Subject: Re: [xsl] Trimming (formatting-only) leading tabs/spaces from XSLT - issues?|
From: Wendell Piez <wapiez@xxxxxxxxxxxxxxxx>
Date: Tue, 07 Jun 2011 14:46:21 -0400
In XML (and SGML, including SGML-conformant HTML), I think this means you can follow a schema -- significant whitespace is anywhere character data is permitted. Regrettably, this means that all whitespace (outside tags) is significant when there is no schema. (Whether you can take a schema to be implicit when it is not given is another problem.)
Whether XML (or HTML) fragments embedded in XSLT can be taken to reference a schema depends, I'm afraid, on the XSLT: it won't always be true. Conservatively, we might say it's never definitively true except when a schema is specifically assigned using xsl:import-schema and xsl:result-document/@validation='strict'. But I suppose an application might also let a user declare such a binding by other means.
Yes, schema-binding within the XSLT is critical to the editor's features and the rest of the system, and is performed externally, mainly because this (hypothetical product) is a batch-processing system, with an editor for convenience. I've found issues in the 'non schema-aware' scenario, because literal-result elements, don't have full context (though there may be some ancestor element to provide an interrupted validation 'path' that is exploited if available) and can be ambiguous unless defined globally in the schema. This (incomplete) PSVI data is currently only used for partial validation of literal-result elements/attributes and auto-completion, but it makes sense to exploit this for trimming purposes, when available.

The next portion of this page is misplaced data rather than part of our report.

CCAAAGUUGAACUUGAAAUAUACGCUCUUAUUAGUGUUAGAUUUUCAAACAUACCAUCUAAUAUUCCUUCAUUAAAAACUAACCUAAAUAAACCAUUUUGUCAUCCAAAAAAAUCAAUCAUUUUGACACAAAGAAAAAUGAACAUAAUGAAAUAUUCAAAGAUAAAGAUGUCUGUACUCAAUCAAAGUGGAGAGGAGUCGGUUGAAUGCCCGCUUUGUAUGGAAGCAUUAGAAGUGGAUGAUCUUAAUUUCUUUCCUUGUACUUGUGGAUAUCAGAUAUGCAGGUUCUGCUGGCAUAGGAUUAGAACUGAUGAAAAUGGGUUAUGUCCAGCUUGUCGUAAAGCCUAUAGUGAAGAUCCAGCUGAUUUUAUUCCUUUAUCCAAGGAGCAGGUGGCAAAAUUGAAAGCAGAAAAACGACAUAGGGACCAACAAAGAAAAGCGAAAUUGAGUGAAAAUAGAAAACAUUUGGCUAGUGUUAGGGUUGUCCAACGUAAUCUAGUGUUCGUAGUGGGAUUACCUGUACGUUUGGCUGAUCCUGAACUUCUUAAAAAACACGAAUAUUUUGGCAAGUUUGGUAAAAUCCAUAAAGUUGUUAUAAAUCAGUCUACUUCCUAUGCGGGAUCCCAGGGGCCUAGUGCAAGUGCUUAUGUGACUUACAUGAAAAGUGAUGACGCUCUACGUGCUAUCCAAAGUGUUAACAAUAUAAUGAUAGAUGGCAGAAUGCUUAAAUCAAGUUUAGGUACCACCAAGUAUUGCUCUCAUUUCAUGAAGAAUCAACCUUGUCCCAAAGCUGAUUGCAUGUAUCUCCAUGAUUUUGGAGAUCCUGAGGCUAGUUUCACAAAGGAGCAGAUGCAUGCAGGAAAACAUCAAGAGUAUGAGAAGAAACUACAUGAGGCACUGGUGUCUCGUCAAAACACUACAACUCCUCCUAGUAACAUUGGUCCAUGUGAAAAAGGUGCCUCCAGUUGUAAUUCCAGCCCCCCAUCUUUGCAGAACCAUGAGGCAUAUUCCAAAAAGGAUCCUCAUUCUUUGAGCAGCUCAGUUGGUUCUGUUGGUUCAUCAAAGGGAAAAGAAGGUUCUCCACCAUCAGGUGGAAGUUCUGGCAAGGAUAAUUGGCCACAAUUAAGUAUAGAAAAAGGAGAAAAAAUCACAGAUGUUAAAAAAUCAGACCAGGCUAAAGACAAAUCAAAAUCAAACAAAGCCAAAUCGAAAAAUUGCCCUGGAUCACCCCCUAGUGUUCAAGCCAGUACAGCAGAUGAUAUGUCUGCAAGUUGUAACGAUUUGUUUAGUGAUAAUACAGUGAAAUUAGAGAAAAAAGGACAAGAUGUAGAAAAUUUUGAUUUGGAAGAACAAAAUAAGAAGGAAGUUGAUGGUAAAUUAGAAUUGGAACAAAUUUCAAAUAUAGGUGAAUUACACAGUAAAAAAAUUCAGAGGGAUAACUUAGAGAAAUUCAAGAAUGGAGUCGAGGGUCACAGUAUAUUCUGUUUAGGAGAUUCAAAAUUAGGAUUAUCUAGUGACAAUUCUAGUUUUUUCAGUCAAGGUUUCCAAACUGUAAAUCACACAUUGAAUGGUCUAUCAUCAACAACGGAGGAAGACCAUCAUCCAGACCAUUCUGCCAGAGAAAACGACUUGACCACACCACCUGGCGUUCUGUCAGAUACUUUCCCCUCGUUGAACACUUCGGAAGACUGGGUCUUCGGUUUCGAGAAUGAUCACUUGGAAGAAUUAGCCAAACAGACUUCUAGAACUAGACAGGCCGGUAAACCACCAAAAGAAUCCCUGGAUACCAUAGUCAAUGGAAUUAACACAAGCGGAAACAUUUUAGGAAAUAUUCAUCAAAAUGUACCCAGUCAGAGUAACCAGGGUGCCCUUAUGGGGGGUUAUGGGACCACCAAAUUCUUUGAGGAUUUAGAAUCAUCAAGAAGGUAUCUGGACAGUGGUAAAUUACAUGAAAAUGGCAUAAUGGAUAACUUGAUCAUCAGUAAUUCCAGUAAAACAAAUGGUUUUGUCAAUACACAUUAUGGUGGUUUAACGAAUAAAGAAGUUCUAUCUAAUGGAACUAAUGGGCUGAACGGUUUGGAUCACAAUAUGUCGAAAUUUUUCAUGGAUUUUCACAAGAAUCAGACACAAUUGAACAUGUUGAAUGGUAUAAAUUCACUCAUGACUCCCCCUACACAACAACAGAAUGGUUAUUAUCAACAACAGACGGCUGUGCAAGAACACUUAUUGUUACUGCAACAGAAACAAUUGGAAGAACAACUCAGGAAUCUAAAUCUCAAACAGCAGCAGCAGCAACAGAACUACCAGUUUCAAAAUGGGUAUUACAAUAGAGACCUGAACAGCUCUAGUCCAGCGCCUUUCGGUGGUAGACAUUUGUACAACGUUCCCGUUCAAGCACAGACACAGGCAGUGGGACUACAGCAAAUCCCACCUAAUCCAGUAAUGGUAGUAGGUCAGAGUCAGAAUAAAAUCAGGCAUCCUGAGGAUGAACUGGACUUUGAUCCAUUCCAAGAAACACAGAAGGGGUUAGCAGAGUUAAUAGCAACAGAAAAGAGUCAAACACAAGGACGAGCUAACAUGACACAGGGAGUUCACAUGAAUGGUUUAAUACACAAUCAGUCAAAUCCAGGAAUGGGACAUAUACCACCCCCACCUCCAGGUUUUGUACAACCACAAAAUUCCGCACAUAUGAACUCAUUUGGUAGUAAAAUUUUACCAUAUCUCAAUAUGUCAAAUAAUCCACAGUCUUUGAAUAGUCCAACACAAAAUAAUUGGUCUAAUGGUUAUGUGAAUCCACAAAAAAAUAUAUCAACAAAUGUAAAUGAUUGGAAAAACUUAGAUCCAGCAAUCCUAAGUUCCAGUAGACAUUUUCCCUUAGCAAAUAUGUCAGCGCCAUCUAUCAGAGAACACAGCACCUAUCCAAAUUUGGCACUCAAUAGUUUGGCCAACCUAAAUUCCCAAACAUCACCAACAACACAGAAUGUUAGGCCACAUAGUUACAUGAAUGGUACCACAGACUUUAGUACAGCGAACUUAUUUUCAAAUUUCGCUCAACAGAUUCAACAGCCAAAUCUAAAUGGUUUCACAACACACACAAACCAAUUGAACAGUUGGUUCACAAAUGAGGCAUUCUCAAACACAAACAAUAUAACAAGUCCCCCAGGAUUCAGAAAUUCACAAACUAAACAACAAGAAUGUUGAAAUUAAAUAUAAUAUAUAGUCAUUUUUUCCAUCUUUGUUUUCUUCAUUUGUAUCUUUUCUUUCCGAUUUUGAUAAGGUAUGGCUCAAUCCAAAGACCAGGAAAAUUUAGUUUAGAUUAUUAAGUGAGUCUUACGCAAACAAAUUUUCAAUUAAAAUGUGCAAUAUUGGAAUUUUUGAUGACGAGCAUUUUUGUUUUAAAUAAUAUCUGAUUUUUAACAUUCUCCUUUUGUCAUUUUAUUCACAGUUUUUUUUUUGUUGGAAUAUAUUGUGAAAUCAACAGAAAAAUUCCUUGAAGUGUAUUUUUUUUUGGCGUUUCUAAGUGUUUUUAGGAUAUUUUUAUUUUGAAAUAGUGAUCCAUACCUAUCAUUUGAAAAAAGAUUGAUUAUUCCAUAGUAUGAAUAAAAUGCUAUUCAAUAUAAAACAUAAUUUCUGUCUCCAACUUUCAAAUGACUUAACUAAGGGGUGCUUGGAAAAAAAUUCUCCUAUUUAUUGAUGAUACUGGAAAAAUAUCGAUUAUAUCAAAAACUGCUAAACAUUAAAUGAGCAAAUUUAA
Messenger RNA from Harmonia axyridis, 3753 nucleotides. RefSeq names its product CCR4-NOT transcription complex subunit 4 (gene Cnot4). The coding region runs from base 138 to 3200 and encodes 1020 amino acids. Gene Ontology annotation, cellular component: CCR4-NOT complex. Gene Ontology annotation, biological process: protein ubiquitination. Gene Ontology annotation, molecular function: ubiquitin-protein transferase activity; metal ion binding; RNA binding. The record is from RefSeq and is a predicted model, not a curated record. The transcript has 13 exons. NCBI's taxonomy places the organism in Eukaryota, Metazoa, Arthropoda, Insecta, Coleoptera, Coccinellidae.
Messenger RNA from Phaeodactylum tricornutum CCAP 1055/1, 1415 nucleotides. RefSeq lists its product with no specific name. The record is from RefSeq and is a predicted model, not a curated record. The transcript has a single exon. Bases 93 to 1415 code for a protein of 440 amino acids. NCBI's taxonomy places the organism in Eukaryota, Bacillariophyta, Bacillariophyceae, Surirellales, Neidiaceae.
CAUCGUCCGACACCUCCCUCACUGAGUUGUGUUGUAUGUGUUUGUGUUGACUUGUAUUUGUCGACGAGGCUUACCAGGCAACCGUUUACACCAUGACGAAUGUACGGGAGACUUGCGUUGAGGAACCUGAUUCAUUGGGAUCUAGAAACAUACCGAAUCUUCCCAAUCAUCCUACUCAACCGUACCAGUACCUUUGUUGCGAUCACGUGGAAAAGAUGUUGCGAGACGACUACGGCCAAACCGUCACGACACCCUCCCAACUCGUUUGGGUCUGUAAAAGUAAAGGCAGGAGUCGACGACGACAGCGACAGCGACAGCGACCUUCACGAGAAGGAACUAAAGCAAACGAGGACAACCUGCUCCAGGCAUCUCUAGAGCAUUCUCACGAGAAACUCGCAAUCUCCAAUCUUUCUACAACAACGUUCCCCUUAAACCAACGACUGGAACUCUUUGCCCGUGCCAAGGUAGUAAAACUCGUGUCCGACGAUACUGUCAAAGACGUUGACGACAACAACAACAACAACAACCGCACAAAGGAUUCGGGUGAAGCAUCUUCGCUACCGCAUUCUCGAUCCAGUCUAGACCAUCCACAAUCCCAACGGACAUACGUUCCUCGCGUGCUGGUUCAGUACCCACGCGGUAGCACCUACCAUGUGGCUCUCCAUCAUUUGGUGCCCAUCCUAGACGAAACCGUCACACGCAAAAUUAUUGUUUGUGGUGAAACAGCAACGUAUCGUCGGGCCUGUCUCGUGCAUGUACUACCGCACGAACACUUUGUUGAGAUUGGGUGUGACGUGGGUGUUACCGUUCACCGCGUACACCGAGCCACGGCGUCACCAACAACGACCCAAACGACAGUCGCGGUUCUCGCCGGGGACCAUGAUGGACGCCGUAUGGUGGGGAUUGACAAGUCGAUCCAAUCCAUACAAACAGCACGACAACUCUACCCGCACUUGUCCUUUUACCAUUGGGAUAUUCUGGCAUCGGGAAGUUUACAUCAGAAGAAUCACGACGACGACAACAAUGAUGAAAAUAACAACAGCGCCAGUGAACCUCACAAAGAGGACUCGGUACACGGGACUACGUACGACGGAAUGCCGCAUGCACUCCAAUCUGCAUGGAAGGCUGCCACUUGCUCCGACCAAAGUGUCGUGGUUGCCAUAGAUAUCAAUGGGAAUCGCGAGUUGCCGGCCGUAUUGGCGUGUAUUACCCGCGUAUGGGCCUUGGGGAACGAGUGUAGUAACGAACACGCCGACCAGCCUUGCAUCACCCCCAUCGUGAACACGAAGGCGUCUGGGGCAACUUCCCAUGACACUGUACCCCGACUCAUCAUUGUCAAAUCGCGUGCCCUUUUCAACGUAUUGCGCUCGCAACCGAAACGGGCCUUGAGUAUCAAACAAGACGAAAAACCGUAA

Finally, I think it's important to distinguish between whitespace handling in tag-formatting applications from the way whitespace may, or may not, be collapsed, re-flowed or munged for display in a receiving application. These are two different issues that are frequently confused. The fact that some tag-formatting applications may (usefully) reformat whitespace in some places where it is not entirely stripped -- perhaps on the grounds that receiving applications will be doing likewise, so it doesn't matter -- makes for another set of troublesome blurry cases.
I think I follow you (though I may have read this wrong!). So in this case, the tag-formatting is the stripping of whitespace and the receiving application is the editor's display and the hardcopy-rendering system for printing (both of which use line-by-line margins, not characters to auto-indent - which is why such characters must be removed first).
A developer can then, by changing the view (in the receiving application), choose a preferred indentation style or select none at all without affecting a single character. Hopefully there isn't a blurry case once you can say that all characters in the XSLT are there on merit (though some will still fulfill a text formatting role, say for XPath), not because an XML 'pretty-print' system needs them (I hope this doesn't sound emotional - its not meant to).
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